North Carolina Gov. Roy Cooper just signed Medicaid expansion into law, following years of advocacy from LLS volunteers and staff.
Once it takes effect, the bipartisan deal will make 600,000+ North Carolinians newly eligible for lifesaving care, including cancer screenings and treatment.
For years, LLS has advocated for this change through both virtual and boots-on-the-ground advocacy efforts. Online advocates have sent hundreds of letters over the years, urging their policymakers to support expansion and ensure cancer patients can get treatment. In June 2022, LLS Office of Public Policy staff, along with volunteer advocates, gathered in the state capital in Raleigh to urge their lawmakers to expand Medicaid.
For one LLS advocate, the ask was deeply personal. When Michael Morgan was diagnosed with acute myeloid leukemia as a student, he withdrew from Appalachian State University to pursue treatment—and was left without health insurance. By enrolling in Medicaid, he was able to get the lifesaving care he needed.
“Without Medicaid coverage, I would have considered forgoing treatment, and living out the few days I had left, due to the financial burden it would have placed on my family,” he says.
Michael personally urged his representative – a longtime opponent of Medicaid expansion -- to support Medicaid expansion. That representative changed his mind, ultimately throwing his support behind Medicaid, shortly after that fateful meeting.
Michael was also interviewed by Raleigh’s local CBS-17 News while attending LLS’s lobby day in 2022, and again this spring, shortly after the deal was announced. LLS and advocates were also featured in Axios Raleigh and WRAL News.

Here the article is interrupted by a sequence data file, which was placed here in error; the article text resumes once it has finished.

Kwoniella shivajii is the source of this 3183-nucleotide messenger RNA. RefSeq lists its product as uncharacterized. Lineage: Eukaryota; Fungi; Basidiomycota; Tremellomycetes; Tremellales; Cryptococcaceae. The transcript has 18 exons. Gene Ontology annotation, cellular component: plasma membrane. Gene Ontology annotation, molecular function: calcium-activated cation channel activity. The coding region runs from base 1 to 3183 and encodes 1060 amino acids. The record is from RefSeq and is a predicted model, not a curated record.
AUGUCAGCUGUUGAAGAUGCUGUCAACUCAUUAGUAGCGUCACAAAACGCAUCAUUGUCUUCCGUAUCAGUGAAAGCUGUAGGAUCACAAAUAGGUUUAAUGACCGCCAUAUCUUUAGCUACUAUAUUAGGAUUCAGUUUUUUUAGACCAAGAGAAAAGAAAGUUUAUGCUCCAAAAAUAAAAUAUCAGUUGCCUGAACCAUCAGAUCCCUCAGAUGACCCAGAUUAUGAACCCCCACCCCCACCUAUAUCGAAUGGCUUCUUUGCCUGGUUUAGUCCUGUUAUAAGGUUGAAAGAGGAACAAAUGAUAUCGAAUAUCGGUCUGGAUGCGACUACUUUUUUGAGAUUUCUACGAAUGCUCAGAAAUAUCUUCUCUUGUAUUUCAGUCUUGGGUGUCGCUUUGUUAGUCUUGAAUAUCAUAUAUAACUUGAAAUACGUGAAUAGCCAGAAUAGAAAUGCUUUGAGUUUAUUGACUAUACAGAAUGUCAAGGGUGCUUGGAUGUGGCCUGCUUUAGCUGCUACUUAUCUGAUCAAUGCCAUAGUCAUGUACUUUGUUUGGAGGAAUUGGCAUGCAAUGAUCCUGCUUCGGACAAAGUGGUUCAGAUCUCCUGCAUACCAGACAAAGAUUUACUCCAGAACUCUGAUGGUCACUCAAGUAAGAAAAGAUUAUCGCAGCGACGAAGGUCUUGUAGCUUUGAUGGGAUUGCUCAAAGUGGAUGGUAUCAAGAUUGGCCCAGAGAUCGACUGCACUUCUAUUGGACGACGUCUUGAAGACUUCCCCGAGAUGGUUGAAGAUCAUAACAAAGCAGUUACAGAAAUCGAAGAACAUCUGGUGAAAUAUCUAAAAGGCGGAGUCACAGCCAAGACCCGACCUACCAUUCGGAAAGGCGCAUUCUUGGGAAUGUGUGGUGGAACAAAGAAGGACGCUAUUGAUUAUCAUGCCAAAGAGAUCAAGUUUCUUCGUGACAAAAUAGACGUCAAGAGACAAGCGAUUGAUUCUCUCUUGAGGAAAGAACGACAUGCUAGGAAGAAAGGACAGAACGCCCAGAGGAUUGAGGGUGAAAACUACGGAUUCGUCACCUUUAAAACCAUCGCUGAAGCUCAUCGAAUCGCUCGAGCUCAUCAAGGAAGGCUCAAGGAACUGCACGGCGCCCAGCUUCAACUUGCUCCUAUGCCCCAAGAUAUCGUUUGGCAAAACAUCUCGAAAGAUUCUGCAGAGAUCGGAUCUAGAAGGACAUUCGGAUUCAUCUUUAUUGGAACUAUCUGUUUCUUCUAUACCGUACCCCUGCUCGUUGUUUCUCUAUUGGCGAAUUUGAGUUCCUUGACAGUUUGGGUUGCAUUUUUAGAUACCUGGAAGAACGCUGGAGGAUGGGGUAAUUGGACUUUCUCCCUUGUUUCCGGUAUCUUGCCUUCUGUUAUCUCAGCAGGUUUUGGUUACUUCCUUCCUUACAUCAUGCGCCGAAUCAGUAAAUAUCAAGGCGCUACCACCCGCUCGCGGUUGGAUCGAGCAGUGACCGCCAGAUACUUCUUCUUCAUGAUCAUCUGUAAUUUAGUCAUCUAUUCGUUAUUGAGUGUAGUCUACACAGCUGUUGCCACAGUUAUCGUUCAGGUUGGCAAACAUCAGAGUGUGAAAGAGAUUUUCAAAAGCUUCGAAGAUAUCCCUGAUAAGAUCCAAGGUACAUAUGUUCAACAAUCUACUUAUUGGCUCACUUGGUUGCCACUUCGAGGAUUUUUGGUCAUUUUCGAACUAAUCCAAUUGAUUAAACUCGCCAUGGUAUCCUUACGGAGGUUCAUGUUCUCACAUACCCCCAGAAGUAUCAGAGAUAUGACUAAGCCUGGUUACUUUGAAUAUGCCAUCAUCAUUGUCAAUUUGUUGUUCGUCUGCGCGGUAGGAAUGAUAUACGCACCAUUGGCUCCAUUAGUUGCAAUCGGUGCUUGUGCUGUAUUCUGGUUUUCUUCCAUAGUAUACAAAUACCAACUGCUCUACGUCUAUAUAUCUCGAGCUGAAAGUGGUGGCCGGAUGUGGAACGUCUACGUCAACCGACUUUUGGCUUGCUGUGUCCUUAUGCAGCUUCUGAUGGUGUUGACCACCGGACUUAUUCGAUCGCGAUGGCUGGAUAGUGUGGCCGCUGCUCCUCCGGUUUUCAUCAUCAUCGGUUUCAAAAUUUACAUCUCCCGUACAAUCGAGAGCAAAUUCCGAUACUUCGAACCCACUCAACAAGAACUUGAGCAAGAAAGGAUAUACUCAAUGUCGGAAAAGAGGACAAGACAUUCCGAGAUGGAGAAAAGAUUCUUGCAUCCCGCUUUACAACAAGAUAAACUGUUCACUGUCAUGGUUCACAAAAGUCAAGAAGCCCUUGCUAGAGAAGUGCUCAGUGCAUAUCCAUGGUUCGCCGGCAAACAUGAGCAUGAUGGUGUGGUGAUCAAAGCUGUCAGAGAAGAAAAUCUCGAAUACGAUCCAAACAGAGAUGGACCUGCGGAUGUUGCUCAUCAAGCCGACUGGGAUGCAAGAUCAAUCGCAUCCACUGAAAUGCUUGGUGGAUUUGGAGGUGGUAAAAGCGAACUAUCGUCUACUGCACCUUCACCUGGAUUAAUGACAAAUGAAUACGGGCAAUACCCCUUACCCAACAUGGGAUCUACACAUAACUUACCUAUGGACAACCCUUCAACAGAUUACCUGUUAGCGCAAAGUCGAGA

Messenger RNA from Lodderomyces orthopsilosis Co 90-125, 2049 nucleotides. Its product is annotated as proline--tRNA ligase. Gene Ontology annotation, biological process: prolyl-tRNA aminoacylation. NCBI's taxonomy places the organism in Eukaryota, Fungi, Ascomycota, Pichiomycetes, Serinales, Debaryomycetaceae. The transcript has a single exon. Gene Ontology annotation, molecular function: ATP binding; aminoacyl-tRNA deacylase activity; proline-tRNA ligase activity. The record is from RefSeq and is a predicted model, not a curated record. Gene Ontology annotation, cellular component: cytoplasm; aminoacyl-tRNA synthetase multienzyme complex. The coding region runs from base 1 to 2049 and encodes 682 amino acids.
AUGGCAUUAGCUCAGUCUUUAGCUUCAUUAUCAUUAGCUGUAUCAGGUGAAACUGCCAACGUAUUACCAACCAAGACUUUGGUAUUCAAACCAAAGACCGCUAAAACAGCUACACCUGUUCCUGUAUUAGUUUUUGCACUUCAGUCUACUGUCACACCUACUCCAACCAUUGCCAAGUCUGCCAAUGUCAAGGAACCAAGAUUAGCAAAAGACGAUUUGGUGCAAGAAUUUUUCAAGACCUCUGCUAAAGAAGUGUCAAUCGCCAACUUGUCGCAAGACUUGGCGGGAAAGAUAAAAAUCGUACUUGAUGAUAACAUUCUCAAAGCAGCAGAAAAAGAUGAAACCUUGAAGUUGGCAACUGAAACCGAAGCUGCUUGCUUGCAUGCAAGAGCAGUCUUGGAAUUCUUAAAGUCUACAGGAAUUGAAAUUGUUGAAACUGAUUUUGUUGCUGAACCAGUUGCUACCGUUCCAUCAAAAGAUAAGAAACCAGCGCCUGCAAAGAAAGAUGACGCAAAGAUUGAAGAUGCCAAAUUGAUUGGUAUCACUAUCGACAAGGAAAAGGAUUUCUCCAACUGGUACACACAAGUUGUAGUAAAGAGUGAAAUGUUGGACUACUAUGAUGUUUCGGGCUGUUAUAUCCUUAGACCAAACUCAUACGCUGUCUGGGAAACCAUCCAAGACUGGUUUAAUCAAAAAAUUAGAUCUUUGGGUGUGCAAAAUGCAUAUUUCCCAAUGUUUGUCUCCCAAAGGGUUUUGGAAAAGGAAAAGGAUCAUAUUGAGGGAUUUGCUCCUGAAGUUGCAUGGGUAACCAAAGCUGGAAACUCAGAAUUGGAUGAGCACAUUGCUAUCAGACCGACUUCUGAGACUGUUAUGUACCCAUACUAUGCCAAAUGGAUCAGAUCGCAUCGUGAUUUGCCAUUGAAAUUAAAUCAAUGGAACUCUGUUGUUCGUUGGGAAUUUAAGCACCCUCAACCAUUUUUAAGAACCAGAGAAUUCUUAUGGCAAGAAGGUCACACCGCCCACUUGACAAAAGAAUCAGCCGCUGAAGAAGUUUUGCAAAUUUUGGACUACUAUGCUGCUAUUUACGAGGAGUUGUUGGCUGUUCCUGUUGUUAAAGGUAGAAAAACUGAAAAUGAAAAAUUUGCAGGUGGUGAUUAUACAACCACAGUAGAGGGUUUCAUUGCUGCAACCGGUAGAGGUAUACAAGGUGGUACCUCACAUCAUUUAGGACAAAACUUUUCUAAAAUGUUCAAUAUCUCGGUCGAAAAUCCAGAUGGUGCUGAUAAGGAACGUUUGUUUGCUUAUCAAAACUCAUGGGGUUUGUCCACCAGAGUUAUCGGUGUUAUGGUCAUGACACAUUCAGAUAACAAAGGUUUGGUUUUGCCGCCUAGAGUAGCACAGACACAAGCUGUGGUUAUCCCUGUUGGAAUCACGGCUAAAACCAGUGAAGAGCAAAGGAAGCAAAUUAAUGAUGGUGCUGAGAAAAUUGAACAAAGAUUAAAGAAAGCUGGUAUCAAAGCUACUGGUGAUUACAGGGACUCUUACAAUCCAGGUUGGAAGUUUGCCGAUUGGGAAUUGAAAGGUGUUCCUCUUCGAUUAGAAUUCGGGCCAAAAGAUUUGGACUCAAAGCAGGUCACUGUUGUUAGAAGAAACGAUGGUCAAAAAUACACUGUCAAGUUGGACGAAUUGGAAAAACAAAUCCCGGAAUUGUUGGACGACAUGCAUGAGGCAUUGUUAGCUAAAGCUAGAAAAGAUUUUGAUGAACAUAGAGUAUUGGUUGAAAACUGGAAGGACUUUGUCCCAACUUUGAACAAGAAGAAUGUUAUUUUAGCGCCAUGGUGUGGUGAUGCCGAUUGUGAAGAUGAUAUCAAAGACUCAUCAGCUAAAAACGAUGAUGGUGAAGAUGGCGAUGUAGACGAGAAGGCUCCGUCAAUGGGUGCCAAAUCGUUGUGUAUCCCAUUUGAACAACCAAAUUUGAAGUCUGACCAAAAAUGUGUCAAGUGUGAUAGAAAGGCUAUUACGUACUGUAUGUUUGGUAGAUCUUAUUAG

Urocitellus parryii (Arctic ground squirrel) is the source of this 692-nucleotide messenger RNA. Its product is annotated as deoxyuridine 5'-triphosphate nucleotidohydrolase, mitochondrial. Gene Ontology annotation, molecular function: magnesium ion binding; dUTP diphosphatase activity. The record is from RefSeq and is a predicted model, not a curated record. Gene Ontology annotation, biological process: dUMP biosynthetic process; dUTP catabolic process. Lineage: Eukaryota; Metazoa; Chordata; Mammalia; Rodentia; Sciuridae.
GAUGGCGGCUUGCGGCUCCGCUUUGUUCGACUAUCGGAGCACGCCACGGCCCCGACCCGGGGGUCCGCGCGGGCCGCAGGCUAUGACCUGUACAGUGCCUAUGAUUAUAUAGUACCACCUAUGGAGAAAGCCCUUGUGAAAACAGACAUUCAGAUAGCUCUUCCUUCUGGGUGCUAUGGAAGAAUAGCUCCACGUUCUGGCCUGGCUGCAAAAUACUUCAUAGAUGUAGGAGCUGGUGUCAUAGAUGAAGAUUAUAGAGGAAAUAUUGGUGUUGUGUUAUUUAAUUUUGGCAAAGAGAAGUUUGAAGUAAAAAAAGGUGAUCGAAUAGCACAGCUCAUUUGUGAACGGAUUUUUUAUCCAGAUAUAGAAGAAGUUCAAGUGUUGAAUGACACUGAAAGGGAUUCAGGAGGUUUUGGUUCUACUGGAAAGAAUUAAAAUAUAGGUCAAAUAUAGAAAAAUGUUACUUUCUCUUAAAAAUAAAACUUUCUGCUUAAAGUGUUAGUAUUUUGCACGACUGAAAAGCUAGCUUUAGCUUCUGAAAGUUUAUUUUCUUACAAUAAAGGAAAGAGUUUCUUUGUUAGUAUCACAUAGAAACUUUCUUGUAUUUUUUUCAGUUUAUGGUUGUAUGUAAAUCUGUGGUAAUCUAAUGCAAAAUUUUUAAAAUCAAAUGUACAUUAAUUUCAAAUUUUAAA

Medicaid is the country’s public health insurance program, providing health insurance to children, parents, pregnant mothers, individuals with disabilities and those with low incomes.
North Carolina is the first state legislature to expand Medicaid since Virginia in 2018, though some states, including South Dakota, Missouri, and Oklahoma recently expanded their Medicaid programs through ballot initiatives. Since the Affordable Care Act became law in 2010, most states expanded their Medicaid programs, allowing even more patients to access healthcare. But some states—including North Carolina—held out, jeopardizing many patients’ ability to get healthcare.
By expanding Medicaid, people in North Carolina who earn less than 138% of the federal poverty level—$18,754 for an individual or just over $38,000 for a family of four—will now qualify for Medicaid coverage.
With just 10 states left to expand, LLS will continue to advocate for greater access to healthcare for all – regardless of where those patients live.
This story was published by Leukemia & Lymphoma Society on March 31, 2023. It is republished with permission.